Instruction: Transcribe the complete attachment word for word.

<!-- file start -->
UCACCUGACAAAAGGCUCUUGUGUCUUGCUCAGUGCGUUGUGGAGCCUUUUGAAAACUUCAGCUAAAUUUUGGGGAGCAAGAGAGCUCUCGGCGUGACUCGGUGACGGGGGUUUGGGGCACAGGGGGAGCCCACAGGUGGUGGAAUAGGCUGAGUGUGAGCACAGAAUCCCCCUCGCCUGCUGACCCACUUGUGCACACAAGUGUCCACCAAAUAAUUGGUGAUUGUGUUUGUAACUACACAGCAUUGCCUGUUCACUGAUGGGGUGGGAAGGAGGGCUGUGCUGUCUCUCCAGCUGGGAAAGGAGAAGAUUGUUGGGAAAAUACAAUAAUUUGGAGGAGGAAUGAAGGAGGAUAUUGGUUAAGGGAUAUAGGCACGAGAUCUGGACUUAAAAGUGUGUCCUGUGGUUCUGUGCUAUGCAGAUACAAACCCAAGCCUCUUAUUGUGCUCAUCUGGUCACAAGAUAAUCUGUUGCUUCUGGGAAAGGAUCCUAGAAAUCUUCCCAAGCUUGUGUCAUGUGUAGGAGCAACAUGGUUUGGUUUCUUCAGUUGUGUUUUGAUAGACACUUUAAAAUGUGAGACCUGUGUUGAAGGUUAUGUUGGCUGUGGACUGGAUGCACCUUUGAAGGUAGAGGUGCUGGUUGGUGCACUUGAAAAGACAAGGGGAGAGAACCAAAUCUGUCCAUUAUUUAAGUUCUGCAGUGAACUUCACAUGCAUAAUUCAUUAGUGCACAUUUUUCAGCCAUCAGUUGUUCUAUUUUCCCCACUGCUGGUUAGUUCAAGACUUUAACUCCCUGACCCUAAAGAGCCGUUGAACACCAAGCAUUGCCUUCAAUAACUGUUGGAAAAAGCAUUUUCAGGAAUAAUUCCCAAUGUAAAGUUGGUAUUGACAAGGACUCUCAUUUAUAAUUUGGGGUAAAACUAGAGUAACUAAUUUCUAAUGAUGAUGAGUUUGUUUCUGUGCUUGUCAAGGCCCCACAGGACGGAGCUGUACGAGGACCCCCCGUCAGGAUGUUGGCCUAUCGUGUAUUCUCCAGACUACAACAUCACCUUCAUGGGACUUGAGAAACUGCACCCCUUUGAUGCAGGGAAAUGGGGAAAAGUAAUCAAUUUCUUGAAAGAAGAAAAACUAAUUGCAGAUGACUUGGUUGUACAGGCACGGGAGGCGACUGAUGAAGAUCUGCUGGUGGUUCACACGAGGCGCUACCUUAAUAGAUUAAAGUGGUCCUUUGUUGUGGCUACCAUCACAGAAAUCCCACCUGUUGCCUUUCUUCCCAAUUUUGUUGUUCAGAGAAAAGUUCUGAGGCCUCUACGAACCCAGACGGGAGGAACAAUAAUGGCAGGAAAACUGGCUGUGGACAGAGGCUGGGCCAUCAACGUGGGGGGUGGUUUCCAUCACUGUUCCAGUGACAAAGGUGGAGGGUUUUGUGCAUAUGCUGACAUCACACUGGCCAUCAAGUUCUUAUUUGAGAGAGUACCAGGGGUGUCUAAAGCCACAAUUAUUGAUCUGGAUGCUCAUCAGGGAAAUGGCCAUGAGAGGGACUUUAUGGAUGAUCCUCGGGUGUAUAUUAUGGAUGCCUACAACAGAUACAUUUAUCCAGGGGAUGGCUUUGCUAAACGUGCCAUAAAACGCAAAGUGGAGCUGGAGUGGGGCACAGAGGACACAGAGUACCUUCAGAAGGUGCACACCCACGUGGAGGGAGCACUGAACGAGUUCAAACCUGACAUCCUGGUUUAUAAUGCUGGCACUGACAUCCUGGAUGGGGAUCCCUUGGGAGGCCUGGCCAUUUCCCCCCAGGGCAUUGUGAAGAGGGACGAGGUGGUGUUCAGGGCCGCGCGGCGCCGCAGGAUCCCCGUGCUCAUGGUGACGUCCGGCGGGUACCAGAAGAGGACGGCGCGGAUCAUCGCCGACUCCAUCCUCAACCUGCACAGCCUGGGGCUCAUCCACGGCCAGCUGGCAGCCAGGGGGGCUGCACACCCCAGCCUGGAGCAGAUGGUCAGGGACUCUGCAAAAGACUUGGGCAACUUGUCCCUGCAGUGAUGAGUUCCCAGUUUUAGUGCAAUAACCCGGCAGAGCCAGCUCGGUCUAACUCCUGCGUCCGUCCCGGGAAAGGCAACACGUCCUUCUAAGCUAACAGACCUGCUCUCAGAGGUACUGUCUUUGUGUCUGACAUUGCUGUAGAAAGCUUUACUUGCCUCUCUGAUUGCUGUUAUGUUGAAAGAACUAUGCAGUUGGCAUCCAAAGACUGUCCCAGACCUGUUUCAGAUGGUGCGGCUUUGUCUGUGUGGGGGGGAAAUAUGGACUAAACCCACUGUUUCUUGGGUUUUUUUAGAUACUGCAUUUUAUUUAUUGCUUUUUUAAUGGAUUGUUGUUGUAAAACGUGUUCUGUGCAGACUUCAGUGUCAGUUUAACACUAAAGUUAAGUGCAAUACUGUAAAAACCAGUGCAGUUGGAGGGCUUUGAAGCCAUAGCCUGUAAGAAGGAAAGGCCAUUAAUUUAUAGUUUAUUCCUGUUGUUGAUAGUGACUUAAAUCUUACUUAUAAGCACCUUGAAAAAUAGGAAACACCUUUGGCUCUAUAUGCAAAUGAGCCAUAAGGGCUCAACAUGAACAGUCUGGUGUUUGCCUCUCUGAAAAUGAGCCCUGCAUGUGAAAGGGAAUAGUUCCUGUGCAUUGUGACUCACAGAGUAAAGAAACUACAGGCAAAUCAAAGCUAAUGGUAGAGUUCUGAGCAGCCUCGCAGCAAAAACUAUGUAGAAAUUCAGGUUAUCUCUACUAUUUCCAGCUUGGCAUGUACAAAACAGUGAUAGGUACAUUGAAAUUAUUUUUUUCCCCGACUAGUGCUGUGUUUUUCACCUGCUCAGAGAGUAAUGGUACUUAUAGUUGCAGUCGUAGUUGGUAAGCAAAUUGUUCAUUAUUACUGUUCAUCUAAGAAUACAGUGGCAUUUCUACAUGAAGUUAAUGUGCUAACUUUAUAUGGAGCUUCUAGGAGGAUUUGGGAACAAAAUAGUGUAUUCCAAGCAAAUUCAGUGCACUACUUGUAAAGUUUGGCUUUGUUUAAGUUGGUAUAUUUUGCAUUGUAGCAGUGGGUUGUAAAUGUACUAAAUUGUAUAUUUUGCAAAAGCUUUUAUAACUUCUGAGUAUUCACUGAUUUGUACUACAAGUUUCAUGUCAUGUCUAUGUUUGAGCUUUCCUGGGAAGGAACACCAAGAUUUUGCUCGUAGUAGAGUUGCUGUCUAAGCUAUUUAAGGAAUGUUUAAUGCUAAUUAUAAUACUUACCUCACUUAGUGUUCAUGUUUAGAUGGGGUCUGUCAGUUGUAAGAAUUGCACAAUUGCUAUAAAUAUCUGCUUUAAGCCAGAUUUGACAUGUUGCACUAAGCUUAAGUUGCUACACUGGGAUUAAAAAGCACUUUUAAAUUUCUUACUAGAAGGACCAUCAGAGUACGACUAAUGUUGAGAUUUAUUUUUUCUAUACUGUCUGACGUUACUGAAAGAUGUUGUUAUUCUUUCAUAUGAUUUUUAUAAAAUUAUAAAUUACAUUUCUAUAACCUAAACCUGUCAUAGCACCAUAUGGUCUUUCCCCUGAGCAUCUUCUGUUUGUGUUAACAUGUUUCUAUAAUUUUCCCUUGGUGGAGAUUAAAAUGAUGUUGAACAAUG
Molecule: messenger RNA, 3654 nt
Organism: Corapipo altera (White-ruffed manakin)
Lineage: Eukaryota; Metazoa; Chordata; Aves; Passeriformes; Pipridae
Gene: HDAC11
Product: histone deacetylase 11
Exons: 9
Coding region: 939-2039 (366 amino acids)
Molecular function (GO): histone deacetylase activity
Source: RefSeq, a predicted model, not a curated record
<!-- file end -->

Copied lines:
UCACCUGACAAAAGGCUCUUGUGUCUUGCUCAGUGCGUUGUGGAGCCUUUUGAAAACUUCAGCUAAAUUUUGGGGAGCAAGAGAGCUCUCGGCGUGACUCGGUGACGGGGGUUUGGGGCACAGGGGGAGCCCACAGGUGGUGGAAUAGGCUGAGUGUGAGCACAGAAUCCCCCUCGCCUGCUGACCCACUUGUGCACACAAGUGUCCACCAAAUAAUUGGUGAUUGUGUUUGUAACUACACAGCAUUGCCUGUUCACUGAUGGGGUGGGAAGGAGGGCUGUGCUGUCUCUCCAGCUGGGAAAGGAGAAGAUUGUUGGGAAAAUACAAUAAUUUGGAGGAGGAAUGAAGGAGGAUAUUGGUUAAGGGAUAUAGGCACGAGAUCUGGACUUAAAAGUGUGUCCUGUGGUUCUGUGCUAUGCAGAUACAAACCCAAGCCUCUUAUUGUGCUCAUCUGGUCACAAGAUAAUCUGUUGCUUCUGGGAAAGGAUCCUAGAAAUCUUCCCAAGCUUGUGUCAUGUGUAGGAGCAACAUGGUUUGGUUUCUUCAGUUGUGUUUUGAUAGACACUUUAAAAUGUGAGACCUGUGUUGAAGGUUAUGUUGGCUGUGGACUGGAUGCACCUUUGAAGGUAGAGGUGCUGGUUGGUGCACUUGAAAAGACAAGGGGAGAGAACCAAAUCUGUCCAUUAUUUAAGUUCUGCAGUGAACUUCACAUGCAUAAUUCAUUAGUGCACAUUUUUCAGCCAUCAGUUGUUCUAUUUUCCCCACUGCUGGUUAGUUCAAGACUUUAACUCCCUGACCCUAAAGAGCCGUUGAACACCAAGCAUUGCCUUCAAUAACUGUUGGAAAAAGCAUUUUCAGGAAUAAUUCCCAAUGUAAAGUUGGUAUUGACAAGGACUCUCAUUUAUAAUUUGGGGUAAAACUAGAGUAACUAAUUUCUAAUGAUGAUGAGUUUGUUUCUGUGCUUGUCAAGGCCCCACAGGACGGAGCUGUACGAGGACCCCCCGUCAGGAUGUUGGCCUAUCGUGUAUUCUCCAGACUACAACAUCACCUUCAUGGGACUUGAGAAACUGCACCCCUUUGAUGCAGGGAAAUGGGGAAAAGUAAUCAAUUUCUUGAAAGAAGAAAAACUAAUUGCAGAUGACUUGGUUGUACAGGCACGGGAGGCGACUGAUGAAGAUCUGCUGGUGGUUCACACGAGGCGCUACCUUAAUAGAUUAAAGUGGUCCUUUGUUGUGGCUACCAUCACAGAAAUCCCACCUGUUGCCUUUCUUCCCAAUUUUGUUGUUCAGAGAAAAGUUCUGAGGCCUCUACGAACCCAGACGGGAGGAACAAUAAUGGCAGGAAAACUGGCUGUGGACAGAGGCUGGGCCAUCAACGUGGGGGGUGGUUUCCAUCACUGUUCCAGUGACAAAGGUGGAGGGUUUUGUGCAUAUGCUGACAUCACACUGGCCAUCAAGUUCUUAUUUGAGAGAGUACCAGGGGUGUCUAAAGCCACAAUUAUUGAUCUGGAUGCUCAUCAGGGAAAUGGCCAUGAGAGGGACUUUAUGGAUGAUCCUCGGGUGUAUAUUAUGGAUGCCUACAACAGAUACAUUUAUCCAGGGGAUGGCUUUGCUAAACGUGCCAUAAAACGCAAAGUGGAGCUGGAGUGGGGCACAGAGGACACAGAGUACCUUCAGAAGGUGCACACCCACGUGGAGGGAGCACUGAACGAGUUCAAACCUGACAUCCUGGUUUAUAAUGCUGGCACUGACAUCCUGGAUGGGGAUCCCUUGGGAGGCCUGGCCAUUUCCCCCCAGGGCAUUGUGAAGAGGGACGAGGUGGUGUUCAGGGCCGCGCGGCGCCGCAGGAUCCCCGUGCUCAUGGUGACGUCCGGCGGGUACCAGAAGAGGACGGCGCGGAUCAUCGCCGACUCCAUCCUCAACCUGCACAGCCUGGGGCUCAUCCACGGCCAGCUGGCAGCCAGGGGGGCUGCACACCCCAGCCUGGAGCAGAUGGUCAGGGACUCUGCAAAAGACUUGGGCAACUUGUCCCUGCAGUGAUGAGUUCCCAGUUUUAGUGCAAUAACCCGGCAGAGCCAGCUCGGUCUAACUCCUGCGUCCGUCCCGGGAAAGGCAACACGUCCUUCUAAGCUAACAGACCUGCUCUCAGAGGUACUGUCUUUGUGUCUGACAUUGCUGUAGAAAGCUUUACUUGCCUCUCUGAUUGCUGUUAUGUUGAAAGAACUAUGCAGUUGGCAUCCAAAGACUGUCCCAGACCUGUUUCAGAUGGUGCGGCUUUGUCUGUGUGGGGGGGAAAUAUGGACUAAACCCACUGUUUCUUGGGUUUUUUUAGAUACUGCAUUUUAUUUAUUGCUUUUUUAAUGGAUUGUUGUUGUAAAACGUGUUCUGUGCAGACUUCAGUGUCAGUUUAACACUAAAGUUAAGUGCAAUACUGUAAAAACCAGUGCAGUUGGAGGGCUUUGAAGCCAUAGCCUGUAAGAAGGAAAGGCCAUUAAUUUAUAGUUUAUUCCUGUUGUUGAUAGUGACUUAAAUCUUACUUAUAAGCACCUUGAAAAAUAGGAAACACCUUUGGCUCUAUAUGCAAAUGAGCCAUAAGGGCUCAACAUGAACAGUCUGGUGUUUGCCUCUCUGAAAAUGAGCCCUGCAUGUGAAAGGGAAUAGUUCCUGUGCAUUGUGACUCACAGAGUAAAGAAACUACAGGCAAAUCAAAGCUAAUGGUAGAGUUCUGAGCAGCCUCGCAGCAAAAACUAUGUAGAAAUUCAGGUUAUCUCUACUAUUUCCAGCUUGGCAUGUACAAAACAGUGAUAGGUACAUUGAAAUUAUUUUUUUCCCCGACUAGUGCUGUGUUUUUCACCUGCUCAGAGAGUAAUGGUACUUAUAGUUGCAGUCGUAGUUGGUAAGCAAAUUGUUCAUUAUUACUGUUCAUCUAAGAAUACAGUGGCAUUUCUACAUGAAGUUAAUGUGCUAACUUUAUAUGGAGCUUCUAGGAGGAUUUGGGAACAAAAUAGUGUAUUCCAAGCAAAUUCAGUGCACUACUUGUAAAGUUUGGCUUUGUUUAAGUUGGUAUAUUUUGCAUUGUAGCAGUGGGUUGUAAAUGUACUAAAUUGUAUAUUUUGCAAAAGCUUUUAUAACUUCUGAGUAUUCACUGAUUUGUACUACAAGUUUCAUGUCAUGUCUAUGUUUGAGCUUUCCUGGGAAGGAACACCAAGAUUUUGCUCGUAGUAGAGUUGCUGUCUAAGCUAUUUAAGGAAUGUUUAAUGCUAAUUAUAAUACUUACCUCACUUAGUGUUCAUGUUUAGAUGGGGUCUGUCAGUUGUAAGAAUUGCACAAUUGCUAUAAAUAUCUGCUUUAAGCCAGAUUUGACAUGUUGCACUAAGCUUAAGUUGCUACACUGGGAUUAAAAAGCACUUUUAAAUUUCUUACUAGAAGGACCAUCAGAGUACGACUAAUGUUGAGAUUUAUUUUUUCUAUACUGUCUGACGUUACUGAAAGAUGUUGUUAUUCUUUCAUAUGAUUUUUAUAAAAUUAUAAAUUACAUUUCUAUAACCUAAACCUGUCAUAGCACCAUAUGGUCUUUCCCCUGAGCAUCUUCUGUUUGUGUUAACAUGUUUCUAUAAUUUUCCCUUGGUGGAGAUUAAAAUGAUGUUGAACAAUG
Molecule: messenger RNA, 3654 nt
Organism: Corapipo altera (White-ruffed manakin)
Lineage: Eukaryota; Metazoa; Chordata; Aves; Passeriformes; Pipridae
Gene: HDAC11
Product: histone deacetylase 11
Exons: 9
Coding region: 939-2039 (366 amino acids)
Molecular function (GO): histone deacetylase activity
Source: RefSeq, a predicted model, not a curated record